"Why Racial Integration Remains an Imperative,"by Elizabeth Anderson July/August 2011 issue of Poverty & Race
In 1988, I needed to move from Ann Arbor to the Detroit area to spare my partner, a sleep-deprived resident at Henry Ford Hospital, a significant commute to work. As I searched for housing, I observed stark patterns of racial segregation, openly enforced by landlords who assured me, a white woman then in her late twenties, that I had no reason to worry about renting there since “we’re holding the line against blacks at 10 Mile Road.” One of them showed me a home with a pile of cockroaches in the kitchen. Landlords in the metro area were confident that whites would rather live with cockroaches as housemates than with blacks as neighbors.
We decided to rent a house in South Rosedale Park, a stable working-class Detroit neighborhood that was about 80% black. It was a model of cordial race relations. Matters were different in my place of employment, the University of Michigan in Ann Arbor. At the time, a rash of racially hostile incidents targeting black, Latino, Native American and Asian students was raising alarms. Although overtly racist incidents got the most publicity, they did not constitute either the dominant or, in aggregate effect, the most damaging mode of undesirable racial interactions on campus. More pervasive, insidious and cumulatively damaging were subtler patterns of racial discomfort, alienation, and ignorant and cloddish interaction, such as classroom dynamics in which white students focused on problems and grievances peculiar to them, ignored what black students were saying, or expressed insulting assumptions about them. I wondered whether there was a connection between the extreme residential racial segregation in Michigan and the toxic patterns of interracial interaction I observed at the university, where many students were functioning in a multiracial setting for the first time.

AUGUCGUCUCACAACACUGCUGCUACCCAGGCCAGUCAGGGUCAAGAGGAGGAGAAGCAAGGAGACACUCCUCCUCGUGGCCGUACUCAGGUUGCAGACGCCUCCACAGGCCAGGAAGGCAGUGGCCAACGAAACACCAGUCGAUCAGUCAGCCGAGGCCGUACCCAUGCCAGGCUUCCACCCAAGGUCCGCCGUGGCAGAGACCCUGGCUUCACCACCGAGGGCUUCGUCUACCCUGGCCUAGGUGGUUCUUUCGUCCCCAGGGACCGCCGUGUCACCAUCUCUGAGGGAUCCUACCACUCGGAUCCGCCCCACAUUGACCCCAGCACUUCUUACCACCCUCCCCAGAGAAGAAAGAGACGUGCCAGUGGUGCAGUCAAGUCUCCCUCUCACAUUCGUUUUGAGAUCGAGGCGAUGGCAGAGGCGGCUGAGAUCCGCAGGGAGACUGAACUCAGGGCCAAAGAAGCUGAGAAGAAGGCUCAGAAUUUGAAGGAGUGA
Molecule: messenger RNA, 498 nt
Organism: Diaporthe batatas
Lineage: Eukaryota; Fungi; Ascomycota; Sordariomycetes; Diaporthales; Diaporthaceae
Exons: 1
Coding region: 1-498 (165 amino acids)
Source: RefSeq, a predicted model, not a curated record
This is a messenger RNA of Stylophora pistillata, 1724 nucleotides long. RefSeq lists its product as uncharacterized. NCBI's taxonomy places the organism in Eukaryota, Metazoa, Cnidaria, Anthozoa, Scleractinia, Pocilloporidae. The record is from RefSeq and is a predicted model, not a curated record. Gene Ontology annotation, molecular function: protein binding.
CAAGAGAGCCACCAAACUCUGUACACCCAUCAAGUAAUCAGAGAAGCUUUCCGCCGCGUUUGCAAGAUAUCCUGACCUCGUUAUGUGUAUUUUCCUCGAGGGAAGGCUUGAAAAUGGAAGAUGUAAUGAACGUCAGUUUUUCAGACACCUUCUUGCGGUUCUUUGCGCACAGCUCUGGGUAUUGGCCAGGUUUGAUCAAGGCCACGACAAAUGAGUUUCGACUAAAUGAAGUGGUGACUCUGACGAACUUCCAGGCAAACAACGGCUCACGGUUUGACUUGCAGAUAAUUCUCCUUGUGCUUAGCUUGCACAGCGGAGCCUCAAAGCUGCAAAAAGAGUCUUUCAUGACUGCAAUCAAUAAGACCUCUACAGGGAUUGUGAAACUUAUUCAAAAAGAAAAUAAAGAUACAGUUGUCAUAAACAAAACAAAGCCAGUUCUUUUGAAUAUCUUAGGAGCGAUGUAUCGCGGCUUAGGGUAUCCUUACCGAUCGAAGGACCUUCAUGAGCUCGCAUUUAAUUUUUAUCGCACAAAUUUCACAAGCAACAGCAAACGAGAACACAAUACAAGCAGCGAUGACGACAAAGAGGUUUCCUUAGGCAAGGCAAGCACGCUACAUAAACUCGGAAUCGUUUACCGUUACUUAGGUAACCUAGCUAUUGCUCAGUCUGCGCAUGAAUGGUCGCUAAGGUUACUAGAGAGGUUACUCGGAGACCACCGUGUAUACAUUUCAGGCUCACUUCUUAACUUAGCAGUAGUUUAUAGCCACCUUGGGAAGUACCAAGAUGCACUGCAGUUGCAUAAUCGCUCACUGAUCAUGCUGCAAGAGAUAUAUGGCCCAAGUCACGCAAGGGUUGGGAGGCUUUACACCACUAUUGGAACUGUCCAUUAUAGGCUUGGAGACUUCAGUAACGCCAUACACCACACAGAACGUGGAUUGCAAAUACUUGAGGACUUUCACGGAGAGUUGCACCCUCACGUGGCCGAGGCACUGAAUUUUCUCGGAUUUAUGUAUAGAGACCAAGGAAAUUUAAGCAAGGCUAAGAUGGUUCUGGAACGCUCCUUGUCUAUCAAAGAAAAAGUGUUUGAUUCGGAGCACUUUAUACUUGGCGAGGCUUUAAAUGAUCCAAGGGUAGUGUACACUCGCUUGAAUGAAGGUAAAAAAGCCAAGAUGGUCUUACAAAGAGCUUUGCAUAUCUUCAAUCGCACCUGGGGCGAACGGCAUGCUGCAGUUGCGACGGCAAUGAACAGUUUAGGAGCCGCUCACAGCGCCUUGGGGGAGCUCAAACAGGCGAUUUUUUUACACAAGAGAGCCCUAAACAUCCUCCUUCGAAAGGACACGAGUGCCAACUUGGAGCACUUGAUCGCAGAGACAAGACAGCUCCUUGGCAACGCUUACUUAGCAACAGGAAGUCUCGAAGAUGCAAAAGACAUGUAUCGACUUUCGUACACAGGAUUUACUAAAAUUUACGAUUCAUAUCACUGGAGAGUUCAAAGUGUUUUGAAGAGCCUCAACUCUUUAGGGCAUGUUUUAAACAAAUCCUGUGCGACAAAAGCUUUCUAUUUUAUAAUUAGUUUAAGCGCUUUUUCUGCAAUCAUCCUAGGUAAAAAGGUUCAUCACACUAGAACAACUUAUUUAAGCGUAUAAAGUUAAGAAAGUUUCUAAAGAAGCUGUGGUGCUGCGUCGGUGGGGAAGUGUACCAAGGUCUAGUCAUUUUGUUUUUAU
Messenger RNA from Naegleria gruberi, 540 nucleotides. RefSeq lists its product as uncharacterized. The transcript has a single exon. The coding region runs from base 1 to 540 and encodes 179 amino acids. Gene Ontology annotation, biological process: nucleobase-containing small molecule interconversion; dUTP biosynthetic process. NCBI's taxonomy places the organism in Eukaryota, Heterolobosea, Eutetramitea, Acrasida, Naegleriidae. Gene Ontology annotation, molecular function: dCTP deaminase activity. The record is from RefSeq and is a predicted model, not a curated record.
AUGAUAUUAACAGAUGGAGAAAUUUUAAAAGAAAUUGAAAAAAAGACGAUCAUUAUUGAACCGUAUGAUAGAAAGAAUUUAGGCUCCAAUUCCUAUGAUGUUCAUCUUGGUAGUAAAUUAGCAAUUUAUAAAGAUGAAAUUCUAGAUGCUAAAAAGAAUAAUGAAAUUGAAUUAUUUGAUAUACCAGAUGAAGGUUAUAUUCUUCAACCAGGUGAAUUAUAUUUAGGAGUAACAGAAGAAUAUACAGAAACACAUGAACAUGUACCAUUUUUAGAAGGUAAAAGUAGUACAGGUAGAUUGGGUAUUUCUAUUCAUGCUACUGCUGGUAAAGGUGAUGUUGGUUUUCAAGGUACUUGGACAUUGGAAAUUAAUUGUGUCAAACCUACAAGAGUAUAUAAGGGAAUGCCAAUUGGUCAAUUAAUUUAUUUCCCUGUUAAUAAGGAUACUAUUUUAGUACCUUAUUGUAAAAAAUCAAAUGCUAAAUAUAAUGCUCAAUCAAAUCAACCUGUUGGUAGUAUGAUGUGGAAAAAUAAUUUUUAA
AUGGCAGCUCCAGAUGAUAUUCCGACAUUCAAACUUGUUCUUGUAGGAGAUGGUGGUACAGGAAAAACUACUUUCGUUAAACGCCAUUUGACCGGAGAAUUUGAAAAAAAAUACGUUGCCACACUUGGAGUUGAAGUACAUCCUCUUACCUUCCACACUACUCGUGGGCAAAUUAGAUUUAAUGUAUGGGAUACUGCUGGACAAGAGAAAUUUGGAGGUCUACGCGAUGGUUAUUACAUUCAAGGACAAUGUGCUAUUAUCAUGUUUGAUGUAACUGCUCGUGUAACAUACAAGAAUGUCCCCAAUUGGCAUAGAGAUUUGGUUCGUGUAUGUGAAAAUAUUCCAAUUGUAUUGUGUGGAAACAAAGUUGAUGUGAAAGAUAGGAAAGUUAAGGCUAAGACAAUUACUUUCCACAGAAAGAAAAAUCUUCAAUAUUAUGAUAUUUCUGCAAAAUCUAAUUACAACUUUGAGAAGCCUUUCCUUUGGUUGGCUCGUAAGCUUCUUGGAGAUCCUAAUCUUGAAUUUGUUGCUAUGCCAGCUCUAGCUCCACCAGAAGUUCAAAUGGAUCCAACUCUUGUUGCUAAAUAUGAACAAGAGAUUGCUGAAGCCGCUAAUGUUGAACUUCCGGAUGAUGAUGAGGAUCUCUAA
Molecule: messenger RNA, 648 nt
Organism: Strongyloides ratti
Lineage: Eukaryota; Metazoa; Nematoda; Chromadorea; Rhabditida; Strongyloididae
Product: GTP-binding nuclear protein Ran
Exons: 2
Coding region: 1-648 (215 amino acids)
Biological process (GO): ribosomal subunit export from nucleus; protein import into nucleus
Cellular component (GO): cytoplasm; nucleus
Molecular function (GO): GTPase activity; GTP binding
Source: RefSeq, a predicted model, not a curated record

My investigations led me to write my book, The Imperative of Integration, which focuses primarily (but not exclusively) on black-white segregation. Since the end of concerted efforts to enforce Brown v. Board of Education in the 1980s, activists, politicians, pundits, scholars and the American public have advocated non-integrative paths to racial justice. Racial justice, we are told, can be achieved through multiculturalist celebrations of racial diversity; or equal economic investments in de facto segregated schools and neighborhoods; or a focus on poverty rather than race; or more rigorous enforcement of anti-discrimination law; or color-blindness; or welfare reform; or a determined effort within minority communities to change dysfunctional social norms associated with the “culture of poverty.” As this list demonstrates, avoidance of integration is found across the whole American political spectrum. The Imperative of Integration argues that all of these purported remedies for racial injustice rest on the illusion that racial justice can be achieved without racial integration.